slope. In our example, if we know by experience that the inflexion point
voltage varies at nlost
between 21 V and 27V, we can choose:

= High-slope Region: Vl1 = 20V, V12 = 21V, leading to measured currents Ill
and I12
= Low-slope Region: Vhl = 27V, Vh2 = 28V, leading to measured currents Ihl and
Ih2

From these measurements, one can calculate with simple linear algebra the
slope of each region's
Cturent vs Voltage line:

=
High-slope line: Ihi(V)=ShixV+[Ihl-Shixvhl] where Shi = Ih2-Ih1
Vh2 - Vhl


CA 02530661 2005-12-16

= Low-slope line: Ilo(V)=SloxV+[IIl-SloxVll] where Slo= 112-I11
V12-Vll
The intersection point voltage "Vinter" is then found at:

Ilo(Vinter)=Ihi(Vinter) ~=>Vinter- (I11-S1oxV1l)-(Ihl-ShixVhl)
Shi-Slo
The flowchart in figure 13 illustrates another example of (self-calibrating)
algorithm using the above
"Direct Intersection" technique for a current-sensing Control System i.e. for
the preparation of a
suitable computer program in the determination of the voltage control signal
to send to the power
supply.

lo Once a system in accordance with the present invention has calibrated
itself (e.g. at boot), the main
factor expected to have an impact on Vsupply is the ambient temperature (which
affects LED
forward junction voltage Vled). Since ambient temperature will normally vary
quite slowly during
the day, a typical sampling interval "ts" would be of the order of 1 hour.

For autonomous LED luminaries comprising its own power supply and own voltage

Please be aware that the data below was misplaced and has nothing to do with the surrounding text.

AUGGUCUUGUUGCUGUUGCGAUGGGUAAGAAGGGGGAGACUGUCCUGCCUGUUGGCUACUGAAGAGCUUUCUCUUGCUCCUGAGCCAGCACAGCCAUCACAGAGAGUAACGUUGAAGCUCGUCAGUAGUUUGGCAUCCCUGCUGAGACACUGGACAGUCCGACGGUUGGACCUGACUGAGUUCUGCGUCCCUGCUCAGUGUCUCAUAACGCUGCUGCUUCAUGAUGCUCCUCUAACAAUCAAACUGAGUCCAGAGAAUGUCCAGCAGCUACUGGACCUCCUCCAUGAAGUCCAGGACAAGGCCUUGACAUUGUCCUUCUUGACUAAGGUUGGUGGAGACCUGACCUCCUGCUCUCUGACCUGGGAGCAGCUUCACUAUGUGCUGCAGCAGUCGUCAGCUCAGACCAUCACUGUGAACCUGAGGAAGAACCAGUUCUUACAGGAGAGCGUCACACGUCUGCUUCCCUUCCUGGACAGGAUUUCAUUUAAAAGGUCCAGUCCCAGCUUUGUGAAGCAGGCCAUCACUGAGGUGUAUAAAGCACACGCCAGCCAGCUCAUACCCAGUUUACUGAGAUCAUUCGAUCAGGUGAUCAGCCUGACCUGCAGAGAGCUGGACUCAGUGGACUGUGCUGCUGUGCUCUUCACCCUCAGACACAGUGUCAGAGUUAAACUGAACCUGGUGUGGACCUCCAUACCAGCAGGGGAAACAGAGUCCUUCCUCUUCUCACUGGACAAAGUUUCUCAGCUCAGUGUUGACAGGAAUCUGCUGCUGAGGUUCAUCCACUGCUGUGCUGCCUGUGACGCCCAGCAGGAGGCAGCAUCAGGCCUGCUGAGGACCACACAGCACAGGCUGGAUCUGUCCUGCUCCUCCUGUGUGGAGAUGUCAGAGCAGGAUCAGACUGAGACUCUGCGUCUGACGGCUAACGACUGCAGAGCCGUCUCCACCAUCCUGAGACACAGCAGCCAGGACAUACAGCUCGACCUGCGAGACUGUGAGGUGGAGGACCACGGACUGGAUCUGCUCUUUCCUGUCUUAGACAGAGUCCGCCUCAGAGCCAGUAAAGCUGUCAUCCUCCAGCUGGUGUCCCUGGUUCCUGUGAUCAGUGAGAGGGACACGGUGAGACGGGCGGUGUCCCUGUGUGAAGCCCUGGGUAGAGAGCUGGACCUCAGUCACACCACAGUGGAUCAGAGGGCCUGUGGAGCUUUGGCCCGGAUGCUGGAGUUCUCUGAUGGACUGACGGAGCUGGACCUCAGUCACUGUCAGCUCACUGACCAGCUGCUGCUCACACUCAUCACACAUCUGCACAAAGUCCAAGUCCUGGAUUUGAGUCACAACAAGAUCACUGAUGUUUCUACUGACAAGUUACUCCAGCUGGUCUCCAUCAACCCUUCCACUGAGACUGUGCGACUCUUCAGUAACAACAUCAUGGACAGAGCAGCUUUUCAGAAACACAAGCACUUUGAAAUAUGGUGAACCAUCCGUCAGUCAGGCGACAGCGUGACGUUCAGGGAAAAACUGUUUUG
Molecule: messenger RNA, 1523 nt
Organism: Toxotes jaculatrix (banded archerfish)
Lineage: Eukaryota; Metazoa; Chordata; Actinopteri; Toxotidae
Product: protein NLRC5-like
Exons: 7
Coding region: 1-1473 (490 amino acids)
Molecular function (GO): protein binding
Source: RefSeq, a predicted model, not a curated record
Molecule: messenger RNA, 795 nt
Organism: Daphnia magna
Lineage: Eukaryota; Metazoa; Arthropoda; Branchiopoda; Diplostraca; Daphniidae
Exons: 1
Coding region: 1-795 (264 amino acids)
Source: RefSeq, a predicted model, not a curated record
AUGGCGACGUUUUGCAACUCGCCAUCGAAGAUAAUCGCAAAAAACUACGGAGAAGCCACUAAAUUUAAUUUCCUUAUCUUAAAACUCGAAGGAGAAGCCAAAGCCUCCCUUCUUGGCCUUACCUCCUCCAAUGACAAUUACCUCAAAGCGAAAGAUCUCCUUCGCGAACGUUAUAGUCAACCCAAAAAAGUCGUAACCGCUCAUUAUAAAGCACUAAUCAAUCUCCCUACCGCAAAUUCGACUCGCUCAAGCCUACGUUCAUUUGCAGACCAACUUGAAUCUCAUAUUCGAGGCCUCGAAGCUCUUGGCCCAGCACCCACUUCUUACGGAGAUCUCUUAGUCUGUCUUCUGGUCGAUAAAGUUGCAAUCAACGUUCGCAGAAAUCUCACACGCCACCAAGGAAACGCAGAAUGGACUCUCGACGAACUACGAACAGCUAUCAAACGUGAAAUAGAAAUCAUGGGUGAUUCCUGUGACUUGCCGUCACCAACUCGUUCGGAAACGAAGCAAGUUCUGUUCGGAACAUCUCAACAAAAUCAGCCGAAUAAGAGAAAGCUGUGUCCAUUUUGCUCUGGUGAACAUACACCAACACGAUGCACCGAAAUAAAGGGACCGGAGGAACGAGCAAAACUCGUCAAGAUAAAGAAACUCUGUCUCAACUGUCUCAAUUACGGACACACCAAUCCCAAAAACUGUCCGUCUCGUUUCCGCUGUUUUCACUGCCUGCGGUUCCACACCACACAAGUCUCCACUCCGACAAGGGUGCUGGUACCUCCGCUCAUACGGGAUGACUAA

control system,
the self-calibration operation may be automatically triggered at predetermined
interval "ts".

In cases where the LED lighting device or system is linked to a communication
network (such as for
Dellux ITL luminaries, Quebec Canada), the self-calibration operation may be
triggered through an
external command sent over the communication network.

During the self-calibration process, a slight variation of the LED lighting
device or system ligllt
otrtput may occur as Vsupply is varied by the algorithm. Normally this
variation will be quite small,
and the calibration process will be quite fast (typically under 1 second);
therefore the perceived
visual disturbance should be negligible.

In the case of an array of LED luminaries linked through a communication
network (such as for
Dellux ITL systems, Quebec Canada), this perceived visual disturbance can be
further reduced by
21


CA 02530661 2005-12-16

staggering the self-calibration operation within groups of luminaries, leaving
a fixed delay (for
example 30 seconds) between each one. In this way there will never be more
than a single ligliting
device or system performing a self-calibration within the field of view.

In order to estimate the power gain obtained with the proposed invention, take
the case of the above-
mentioned typical LED Lighting device or system with 48 chains each consisting
of 10 hi-brightness
Amber LEDs, with a chain current Ireg = 20mA (see figure 10):

Vchain can vary between 18V and 26V, with an average value of 22V. Therefore
to cover all cases, a
design without self-calibration must use:

Vsupply = Vchain_max + Vreg_min = 26V + 1 V = 27V

The power dissipation (excluding the Power Supply inefficiency) for this LED
Lighting device or
system will be:

Plamp = Vsupply x Nchains x Ireg = 27 x 48 x 0.020 = 25.9W

Assuming that the current-sensing self-calibrating Control System finds the
supply voltage